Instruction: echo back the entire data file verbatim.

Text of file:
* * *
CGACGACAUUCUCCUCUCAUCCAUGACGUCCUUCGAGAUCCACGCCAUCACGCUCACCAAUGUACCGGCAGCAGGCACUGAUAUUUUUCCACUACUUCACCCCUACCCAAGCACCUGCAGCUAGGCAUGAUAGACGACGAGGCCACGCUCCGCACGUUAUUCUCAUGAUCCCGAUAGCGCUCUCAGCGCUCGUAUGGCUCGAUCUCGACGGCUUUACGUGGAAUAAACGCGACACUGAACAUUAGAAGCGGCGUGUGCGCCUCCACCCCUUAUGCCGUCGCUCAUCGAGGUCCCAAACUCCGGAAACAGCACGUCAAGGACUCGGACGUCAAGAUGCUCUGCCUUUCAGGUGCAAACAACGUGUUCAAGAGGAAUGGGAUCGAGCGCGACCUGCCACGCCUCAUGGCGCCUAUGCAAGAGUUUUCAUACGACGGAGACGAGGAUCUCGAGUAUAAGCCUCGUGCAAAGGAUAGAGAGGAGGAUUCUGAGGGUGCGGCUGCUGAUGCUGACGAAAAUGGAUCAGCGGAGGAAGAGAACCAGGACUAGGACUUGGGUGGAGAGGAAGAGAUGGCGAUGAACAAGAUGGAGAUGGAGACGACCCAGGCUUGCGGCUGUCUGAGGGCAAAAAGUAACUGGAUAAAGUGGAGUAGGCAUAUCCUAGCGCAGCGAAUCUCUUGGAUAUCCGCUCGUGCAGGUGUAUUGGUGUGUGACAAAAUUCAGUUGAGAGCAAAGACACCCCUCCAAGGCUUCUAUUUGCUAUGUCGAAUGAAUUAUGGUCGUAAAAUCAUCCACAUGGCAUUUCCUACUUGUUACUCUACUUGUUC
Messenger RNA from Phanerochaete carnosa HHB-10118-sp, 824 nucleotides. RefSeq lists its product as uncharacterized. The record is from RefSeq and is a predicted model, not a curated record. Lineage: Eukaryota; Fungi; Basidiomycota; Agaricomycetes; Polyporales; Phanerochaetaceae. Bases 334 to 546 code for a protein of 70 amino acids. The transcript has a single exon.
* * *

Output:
CGACGACAUUCUCCUCUCAUCCAUGACGUCCUUCGAGAUCCACGCCAUCACGCUCACCAAUGUACCGGCAGCAGGCACUGAUAUUUUUCCACUACUUCACCCCUACCCAAGCACCUGCAGCUAGGCAUGAUAGACGACGAGGCCACGCUCCGCACGUUAUUCUCAUGAUCCCGAUAGCGCUCUCAGCGCUCGUAUGGCUCGAUCUCGACGGCUUUACGUGGAAUAAACGCGACACUGAACAUUAGAAGCGGCGUGUGCGCCUCCACCCCUUAUGCCGUCGCUCAUCGAGGUCCCAAACUCCGGAAACAGCACGUCAAGGACUCGGACGUCAAGAUGCUCUGCCUUUCAGGUGCAAACAACGUGUUCAAGAGGAAUGGGAUCGAGCGCGACCUGCCACGCCUCAUGGCGCCUAUGCAAGAGUUUUCAUACGACGGAGACGAGGAUCUCGAGUAUAAGCCUCGUGCAAAGGAUAGAGAGGAGGAUUCUGAGGGUGCGGCUGCUGAUGCUGACGAAAAUGGAUCAGCGGAGGAAGAGAACCAGGACUAGGACUUGGGUGGAGAGGAAGAGAUGGCGAUGAACAAGAUGGAGAUGGAGACGACCCAGGCUUGCGGCUGUCUGAGGGCAAAAAGUAACUGGAUAAAGUGGAGUAGGCAUAUCCUAGCGCAGCGAAUCUCUUGGAUAUCCGCUCGUGCAGGUGUAUUGGUGUGUGACAAAAUUCAGUUGAGAGCAAAGACACCCCUCCAAGGCUUCUAUUUGCUAUGUCGAAUGAAUUAUGGUCGUAAAAUCAUCCACAUGGCAUUUCCUACUUGUUACUCUACUUGUUC
Messenger RNA from Phanerochaete carnosa HHB-10118-sp, 824 nucleotides. RefSeq lists its product as uncharacterized. The record is from RefSeq and is a predicted model, not a curated record. Lineage: Eukaryota; Fungi; Basidiomycota; Agaricomycetes; Polyporales; Phanerochaetaceae. Bases 334 to 546 code for a protein of 70 amino acids. The transcript has a single exon.